The first Thursday of 2020 saw us speculating on the year ahead while gathering in the Fleur car park. Would Deborah finally buy some mudguards? Would Andrew continue banging on about Schwalbe Marathons? And who would be next in line for a new hip or knee? The year turns; life’s mysteries abound.
Meanwhile, we were off to explore the lanes of north Essex, Andrew leading the way, closely followed by Deborah, Sandra, Lawrence, Charles, Graham, Maurice, Rod, Simon and Brian.
We headed for Thaxted via Radwinter and Great Sampford. Alas, along the way Brian pulled up with punctures in both wheels. Strewth, what a start to the year! Reassuring the peloton they would catch up, Brian and Rod waved the others on and set about repairs. Things were soon fixed and we all caught up again over coffee and cake at Parrishes in Thaxted.
The return leg – via Cutlers Green and Debden Green – passed uneventfully and we tumbled back into the warm embrace of the Fleur where Landlord Chris served up another superb two course lunch
A beautiful Monday morning saw a dozen Windmillers gathering at The Green Man, Thriplow for the final ride of the year. Our gang comprised Andrew, Lindsey, Maurice, Graham, Ken, Rod, Lawrence, Sandra, Simon, Charles and two Brians.
Brummie Brian led the way out through Fowlmere, Chrishall Grange, Duxford, Whittlesford, Harston and on to Haslingfield, where some muttering was heard from the back of the peloton as we headed, once again, for Chapel Hill. Cresting the hill – not the longest but certainly one of the steepest around these parts – we admired the view as we freewheeled down the other side into Barrington. From there on it was easy going, returning to Thriplow via Shepreth, where the slowcoaches at the back got held up at the level crossing.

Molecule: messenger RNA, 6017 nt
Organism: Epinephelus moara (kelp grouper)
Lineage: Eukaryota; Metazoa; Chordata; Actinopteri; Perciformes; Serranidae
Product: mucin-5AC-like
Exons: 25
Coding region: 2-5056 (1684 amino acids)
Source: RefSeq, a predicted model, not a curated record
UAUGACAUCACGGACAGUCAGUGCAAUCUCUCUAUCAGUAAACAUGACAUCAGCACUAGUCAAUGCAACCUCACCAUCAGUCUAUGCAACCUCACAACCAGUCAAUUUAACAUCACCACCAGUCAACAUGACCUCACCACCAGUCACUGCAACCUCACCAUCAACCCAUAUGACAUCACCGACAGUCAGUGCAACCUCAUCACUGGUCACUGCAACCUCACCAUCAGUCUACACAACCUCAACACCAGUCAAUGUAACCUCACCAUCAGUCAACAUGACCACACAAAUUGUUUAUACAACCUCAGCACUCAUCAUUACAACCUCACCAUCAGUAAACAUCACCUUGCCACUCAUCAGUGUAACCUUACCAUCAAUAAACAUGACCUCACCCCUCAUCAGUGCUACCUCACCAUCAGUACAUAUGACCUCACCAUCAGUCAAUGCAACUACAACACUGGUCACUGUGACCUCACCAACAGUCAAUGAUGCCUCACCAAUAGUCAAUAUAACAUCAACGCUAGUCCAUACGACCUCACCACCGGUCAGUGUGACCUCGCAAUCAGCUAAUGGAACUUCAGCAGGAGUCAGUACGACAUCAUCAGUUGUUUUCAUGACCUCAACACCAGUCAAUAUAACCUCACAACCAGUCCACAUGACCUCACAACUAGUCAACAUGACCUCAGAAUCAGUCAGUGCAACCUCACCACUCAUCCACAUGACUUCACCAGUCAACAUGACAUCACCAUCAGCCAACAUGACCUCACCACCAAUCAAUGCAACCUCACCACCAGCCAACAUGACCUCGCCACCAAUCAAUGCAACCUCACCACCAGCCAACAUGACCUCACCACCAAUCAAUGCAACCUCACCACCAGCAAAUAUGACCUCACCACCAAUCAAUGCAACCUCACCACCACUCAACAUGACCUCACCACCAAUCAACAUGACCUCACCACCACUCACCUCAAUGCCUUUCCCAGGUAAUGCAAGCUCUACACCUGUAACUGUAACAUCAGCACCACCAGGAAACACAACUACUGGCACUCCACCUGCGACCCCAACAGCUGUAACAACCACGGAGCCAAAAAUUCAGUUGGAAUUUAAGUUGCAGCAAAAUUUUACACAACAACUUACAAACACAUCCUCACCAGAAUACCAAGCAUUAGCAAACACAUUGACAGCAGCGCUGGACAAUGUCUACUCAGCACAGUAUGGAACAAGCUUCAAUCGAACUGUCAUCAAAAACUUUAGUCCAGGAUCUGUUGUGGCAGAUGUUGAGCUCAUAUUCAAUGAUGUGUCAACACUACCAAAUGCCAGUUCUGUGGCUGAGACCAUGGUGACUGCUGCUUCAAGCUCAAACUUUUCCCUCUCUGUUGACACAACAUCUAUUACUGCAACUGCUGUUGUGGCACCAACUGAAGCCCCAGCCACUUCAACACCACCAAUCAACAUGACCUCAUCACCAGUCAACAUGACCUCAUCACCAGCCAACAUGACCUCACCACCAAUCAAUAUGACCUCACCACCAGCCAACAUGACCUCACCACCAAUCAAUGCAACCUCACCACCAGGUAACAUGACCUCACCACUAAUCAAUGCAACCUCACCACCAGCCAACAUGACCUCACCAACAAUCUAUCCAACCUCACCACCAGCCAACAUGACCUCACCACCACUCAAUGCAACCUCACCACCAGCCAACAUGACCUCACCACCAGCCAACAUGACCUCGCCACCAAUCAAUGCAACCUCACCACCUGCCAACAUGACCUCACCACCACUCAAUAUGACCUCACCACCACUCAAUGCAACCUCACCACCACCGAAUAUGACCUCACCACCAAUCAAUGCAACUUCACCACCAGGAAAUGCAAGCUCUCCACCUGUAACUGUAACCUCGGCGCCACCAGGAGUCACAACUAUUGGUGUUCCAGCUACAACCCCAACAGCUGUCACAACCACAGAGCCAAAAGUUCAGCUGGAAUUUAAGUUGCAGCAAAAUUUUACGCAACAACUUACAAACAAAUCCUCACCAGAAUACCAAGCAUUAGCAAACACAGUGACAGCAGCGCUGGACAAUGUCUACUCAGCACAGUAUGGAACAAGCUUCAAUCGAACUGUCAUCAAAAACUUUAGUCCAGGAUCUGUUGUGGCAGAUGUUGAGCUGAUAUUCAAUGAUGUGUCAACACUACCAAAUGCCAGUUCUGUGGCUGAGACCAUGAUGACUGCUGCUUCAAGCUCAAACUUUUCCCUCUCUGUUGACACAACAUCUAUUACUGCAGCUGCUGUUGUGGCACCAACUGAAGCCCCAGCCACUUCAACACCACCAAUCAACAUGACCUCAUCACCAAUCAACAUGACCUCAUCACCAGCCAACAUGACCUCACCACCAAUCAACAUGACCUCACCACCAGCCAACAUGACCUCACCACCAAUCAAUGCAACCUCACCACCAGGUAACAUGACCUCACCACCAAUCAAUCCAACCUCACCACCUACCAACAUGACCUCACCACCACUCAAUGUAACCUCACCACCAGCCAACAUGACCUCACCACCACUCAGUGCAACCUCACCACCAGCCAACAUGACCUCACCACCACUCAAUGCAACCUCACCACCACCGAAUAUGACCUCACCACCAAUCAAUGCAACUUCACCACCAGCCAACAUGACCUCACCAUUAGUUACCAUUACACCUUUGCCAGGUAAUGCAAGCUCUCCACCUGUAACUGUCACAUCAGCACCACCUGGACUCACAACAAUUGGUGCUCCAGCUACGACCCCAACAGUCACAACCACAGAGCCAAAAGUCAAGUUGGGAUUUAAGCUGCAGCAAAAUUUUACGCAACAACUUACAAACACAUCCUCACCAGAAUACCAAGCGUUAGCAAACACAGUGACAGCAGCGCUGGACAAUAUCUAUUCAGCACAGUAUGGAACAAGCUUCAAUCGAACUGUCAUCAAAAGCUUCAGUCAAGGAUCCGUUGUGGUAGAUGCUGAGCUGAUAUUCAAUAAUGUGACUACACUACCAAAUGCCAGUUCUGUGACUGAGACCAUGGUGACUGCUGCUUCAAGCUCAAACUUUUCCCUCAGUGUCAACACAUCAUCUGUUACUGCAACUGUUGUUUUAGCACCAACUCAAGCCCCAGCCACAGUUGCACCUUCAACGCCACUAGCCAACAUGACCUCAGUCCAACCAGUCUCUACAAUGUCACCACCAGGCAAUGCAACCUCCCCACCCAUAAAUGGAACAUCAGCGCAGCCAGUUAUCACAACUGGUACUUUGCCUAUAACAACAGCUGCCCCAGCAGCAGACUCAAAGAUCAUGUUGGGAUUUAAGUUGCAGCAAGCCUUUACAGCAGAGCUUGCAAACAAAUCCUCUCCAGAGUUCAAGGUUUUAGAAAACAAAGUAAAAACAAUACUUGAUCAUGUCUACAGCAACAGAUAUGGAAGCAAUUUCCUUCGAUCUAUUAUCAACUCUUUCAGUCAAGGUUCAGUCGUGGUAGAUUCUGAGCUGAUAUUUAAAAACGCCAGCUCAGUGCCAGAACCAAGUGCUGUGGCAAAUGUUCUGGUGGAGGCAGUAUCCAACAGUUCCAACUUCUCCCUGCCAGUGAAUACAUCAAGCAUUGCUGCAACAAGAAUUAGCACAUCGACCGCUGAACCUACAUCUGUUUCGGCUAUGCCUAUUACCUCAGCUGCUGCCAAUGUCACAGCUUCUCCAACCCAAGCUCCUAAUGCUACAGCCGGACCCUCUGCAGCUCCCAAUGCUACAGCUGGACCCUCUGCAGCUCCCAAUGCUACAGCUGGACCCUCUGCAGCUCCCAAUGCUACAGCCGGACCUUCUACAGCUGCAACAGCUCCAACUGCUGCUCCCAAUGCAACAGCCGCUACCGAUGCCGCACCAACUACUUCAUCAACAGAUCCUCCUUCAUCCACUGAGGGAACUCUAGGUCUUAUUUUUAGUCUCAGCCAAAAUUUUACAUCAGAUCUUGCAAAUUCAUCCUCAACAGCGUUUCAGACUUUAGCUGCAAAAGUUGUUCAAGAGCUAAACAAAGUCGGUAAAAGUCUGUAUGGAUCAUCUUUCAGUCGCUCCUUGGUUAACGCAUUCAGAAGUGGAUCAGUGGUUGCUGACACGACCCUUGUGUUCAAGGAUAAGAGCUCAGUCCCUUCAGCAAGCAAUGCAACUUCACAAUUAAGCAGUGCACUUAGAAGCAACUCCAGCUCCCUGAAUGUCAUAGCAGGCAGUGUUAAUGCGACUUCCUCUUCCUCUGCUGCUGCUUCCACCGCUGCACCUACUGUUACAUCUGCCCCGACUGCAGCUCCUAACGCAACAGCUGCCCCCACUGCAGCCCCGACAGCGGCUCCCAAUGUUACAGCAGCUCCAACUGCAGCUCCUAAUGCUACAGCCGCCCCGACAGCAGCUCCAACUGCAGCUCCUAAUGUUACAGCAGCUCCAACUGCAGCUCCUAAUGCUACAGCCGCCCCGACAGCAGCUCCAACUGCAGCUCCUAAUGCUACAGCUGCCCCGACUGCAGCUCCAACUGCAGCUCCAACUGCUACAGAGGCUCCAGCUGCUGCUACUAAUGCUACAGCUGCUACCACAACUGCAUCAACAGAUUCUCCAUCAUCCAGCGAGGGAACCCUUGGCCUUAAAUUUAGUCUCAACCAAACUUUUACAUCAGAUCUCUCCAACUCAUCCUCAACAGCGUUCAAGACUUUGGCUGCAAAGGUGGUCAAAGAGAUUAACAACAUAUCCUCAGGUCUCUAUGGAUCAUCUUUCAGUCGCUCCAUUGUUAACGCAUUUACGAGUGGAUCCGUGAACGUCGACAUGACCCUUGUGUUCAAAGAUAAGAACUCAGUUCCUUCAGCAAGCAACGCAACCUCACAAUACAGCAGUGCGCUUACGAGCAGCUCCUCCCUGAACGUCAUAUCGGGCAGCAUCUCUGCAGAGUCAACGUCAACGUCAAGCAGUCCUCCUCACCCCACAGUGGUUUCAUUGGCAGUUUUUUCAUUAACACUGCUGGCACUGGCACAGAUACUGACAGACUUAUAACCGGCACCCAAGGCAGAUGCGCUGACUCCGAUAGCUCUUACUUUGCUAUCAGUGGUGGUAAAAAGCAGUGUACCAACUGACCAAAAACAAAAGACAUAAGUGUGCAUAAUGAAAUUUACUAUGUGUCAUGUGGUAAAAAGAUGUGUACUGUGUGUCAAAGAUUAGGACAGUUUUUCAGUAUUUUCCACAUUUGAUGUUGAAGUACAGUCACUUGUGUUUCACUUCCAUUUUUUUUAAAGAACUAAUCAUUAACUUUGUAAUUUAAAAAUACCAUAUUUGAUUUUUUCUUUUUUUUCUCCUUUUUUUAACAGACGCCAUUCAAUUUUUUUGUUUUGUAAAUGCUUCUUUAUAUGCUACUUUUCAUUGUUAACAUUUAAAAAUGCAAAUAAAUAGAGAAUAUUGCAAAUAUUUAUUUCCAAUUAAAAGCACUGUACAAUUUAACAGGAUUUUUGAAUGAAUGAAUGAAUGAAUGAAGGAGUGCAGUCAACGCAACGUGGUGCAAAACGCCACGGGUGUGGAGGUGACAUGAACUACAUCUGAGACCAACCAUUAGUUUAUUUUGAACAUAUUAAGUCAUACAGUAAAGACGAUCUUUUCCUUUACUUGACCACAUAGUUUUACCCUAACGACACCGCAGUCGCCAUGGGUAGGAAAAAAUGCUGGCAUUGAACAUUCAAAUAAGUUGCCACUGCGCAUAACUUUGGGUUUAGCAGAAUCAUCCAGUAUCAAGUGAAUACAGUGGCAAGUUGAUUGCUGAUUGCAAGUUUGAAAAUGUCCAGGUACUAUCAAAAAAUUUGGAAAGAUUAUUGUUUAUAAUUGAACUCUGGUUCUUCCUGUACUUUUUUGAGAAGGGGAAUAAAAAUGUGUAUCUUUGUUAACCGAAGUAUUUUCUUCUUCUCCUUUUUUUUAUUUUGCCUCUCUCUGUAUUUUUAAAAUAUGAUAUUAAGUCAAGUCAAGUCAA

Reunited again at The Green Man, we were delighted to see Vernon joining us for lunch.
Here’s looking forward to many more rides together in 2020.
Thursday morning and we were about to set off from the Fleur, when Andrew’s phone rang. “Be there in a mo,” said Deborah, apologising profusely. Sure enough within five minutes she was pulling her bike from the car and raring to go. We couldn’t help but notice, however, her remarkably rusty chain, not to mention two almost-flat tyres.
The Windmillers enjoy a scrapheap challenge and so, in a trice, Brian had produced a stirrup pump and Simon, resourceful chap, had disappeared into the pub kitchen in search of oil. Deborah looked on bemused as Andrew pumped her tyres and Simon – courtesy of Chef – applied liberal doses of extra virgin olive oil to all moving parts.
With the bicycle maintenance done, we were off – Andrew leading the way, followed by Deborah, Martin, Simon, Victor, Howard, Graham and Brian – the tail-enders taking care to avoid the growing trail of olive oil.